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Thread: Using generic CF Cards and Batteries

  1. #1

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    Using generic CF Cards and Batteries

    I have a Rebel EOS 300D. I'd like to order another CF card and replacement batteries. Of course, the Canon manual says to use "Canon" brand. I have seen posts about y'all liking SterlingTek batteries which are much cheaper than Canon. What do y'all do? Brand name or generic? Do the generic CF cards corrupt more easily? BTW - How long does a CF card last?

    Need to find that book "How to Use Your Camera for Idiots"

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    Re: Using generic CF Cards and Batteries

    Quote Originally Posted by rosapearl View Post
    I have a Rebel EOS 300D. I'd like to order another CF card and replacement batteries. Of course, the Canon manual says to use "Canon" brand. I have seen posts about y'all liking SterlingTek batteries which are much cheaper than Canon. What do y'all do? Brand name or generic? Do the generic CF cards corrupt more easily? BTW - How long does a CF card last?
    Hi Jeannie,

    My personal experience with StirlingTek batteries were that - if anything - they were even better than Canon brand (higher capacity, cheaper, and no problems with longevity).

    With regards to CF Cards - personally - I use Sandisk, but be aware that if you decide on this brand, be sure to buy them only from a reputable dealer as there are MANY counterfeit copies floating around (including approx 100% of what's for sale via eBay). Be aware that older cameras like the 300D may well have a limitation of the maximum size card that it can write to (might pay to do a little research first).

    In terms of "how long should a CF card last" - the short answer is "a long time". The cards do wear out, but they also have controllers built in that spread the load across all memory locations - so I wouldn't be too worried unless you're capturing thousands of shots a day.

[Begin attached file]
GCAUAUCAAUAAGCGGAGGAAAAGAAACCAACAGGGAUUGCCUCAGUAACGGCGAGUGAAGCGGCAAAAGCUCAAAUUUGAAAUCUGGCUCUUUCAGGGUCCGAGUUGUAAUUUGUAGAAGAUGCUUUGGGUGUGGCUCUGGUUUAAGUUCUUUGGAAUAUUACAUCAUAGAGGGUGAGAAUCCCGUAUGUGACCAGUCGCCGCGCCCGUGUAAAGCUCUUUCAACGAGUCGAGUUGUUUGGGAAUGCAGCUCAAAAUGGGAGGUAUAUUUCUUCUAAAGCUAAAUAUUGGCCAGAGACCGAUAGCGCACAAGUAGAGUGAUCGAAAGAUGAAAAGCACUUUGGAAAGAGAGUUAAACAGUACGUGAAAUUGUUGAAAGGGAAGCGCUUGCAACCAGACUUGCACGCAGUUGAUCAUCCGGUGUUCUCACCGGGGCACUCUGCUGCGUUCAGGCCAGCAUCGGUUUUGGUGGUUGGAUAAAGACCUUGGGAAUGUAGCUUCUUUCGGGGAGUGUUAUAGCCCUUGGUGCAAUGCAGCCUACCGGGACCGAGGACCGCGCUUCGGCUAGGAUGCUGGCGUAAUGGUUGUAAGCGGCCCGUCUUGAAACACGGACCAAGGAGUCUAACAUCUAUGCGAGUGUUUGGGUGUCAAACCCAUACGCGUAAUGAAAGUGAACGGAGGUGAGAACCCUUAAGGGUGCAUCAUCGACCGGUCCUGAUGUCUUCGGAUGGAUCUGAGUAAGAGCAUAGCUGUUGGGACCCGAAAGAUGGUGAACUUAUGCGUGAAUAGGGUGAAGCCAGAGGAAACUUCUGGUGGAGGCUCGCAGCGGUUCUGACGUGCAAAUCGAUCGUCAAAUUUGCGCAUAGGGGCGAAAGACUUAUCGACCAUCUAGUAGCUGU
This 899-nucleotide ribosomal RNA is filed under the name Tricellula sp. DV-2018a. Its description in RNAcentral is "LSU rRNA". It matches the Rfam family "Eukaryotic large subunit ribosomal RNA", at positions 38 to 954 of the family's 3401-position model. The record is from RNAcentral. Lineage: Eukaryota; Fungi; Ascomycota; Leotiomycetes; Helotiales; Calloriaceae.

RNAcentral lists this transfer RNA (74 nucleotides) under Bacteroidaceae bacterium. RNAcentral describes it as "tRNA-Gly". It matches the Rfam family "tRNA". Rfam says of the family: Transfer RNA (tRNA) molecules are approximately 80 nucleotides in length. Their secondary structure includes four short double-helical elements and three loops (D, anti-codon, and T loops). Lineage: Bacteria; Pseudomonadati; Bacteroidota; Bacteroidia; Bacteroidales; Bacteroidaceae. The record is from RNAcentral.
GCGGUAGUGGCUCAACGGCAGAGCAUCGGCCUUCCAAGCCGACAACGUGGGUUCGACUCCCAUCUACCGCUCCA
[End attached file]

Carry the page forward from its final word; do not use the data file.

Hope this helps.

  3. #3

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    Re: Using generic CF Cards and Batteries

    "Be aware that older cameras like the 300D may well have a limitation of the maximum size card that it can write to (might pay to do a little research first)."

    Thanks! I never buy from ebay - just never felt comfortable doing so. In regards to the above quote. SterlingTek had a CF card that was 8 GB and said it was compatible with the EOS 300D ?? The one Dad bought for the camera is a SanDisk 512 MB which usually holds about 300 photos in the best setting right under RAW. I'll stick with the SanDisk cards and will try out the SterlingTek batteries. I do know you get what you pay for, but sometimes you're just paying a big price for a brand name. Many thanks.

    PS. Had the troublesome photos (that you so graciously helped me with) printed and they turned out very nice.

  4. #4
    Moderator Dave Humphries's Avatar
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    Re: Using generic CF Cards and Batteries

    Quote Originally Posted by Colin Southern
    Be aware that older cameras like the 300D may well have a limitation of the maximum size card that it can write to (might pay to do a little research first).
    Quote Originally Posted by rosapearl View Post
    In regards to the above quote. SterlingTek had a CF card that was 8 GB and said it was compatible with the EOS 300D ??
    Hi Jeannie,

    You should be safe to 4GB from what I have seen on the web.
    8GB may be possible, but I gather there might be issues with the shots remaining counter, which (apparently) only goes to 999, so if you shoot small and/or standard jpgs, that may be a problem with a bigger card. I haven't researched the numbers too well. Maybe a Canon shooter can assist?

    Quote Originally Posted by rosapearl View Post
    The one Dad bought for the camera is a SanDisk 512 MB which usually holds about 300 photos in the best setting right under RAW.
    This worries me, you shouldn't get that many "Large, Fine" jpgs on a 512MB card, since they are about 3MB each, so 170 tops.
    It implies you're not using the largest and/or best quality of jpg image, which is a false economy in my view (when you PP).
    I don't know the menu of the 300D to know what setting you are selecting as "the best setting right under RAW".
    RAW would be better still, of course for PP.

    Hope that helps,

  5. #5
    krispix's Avatar
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    Re: Using generic CF Cards and Batteries

    No problems with SterlingTek batteries. They work a treat.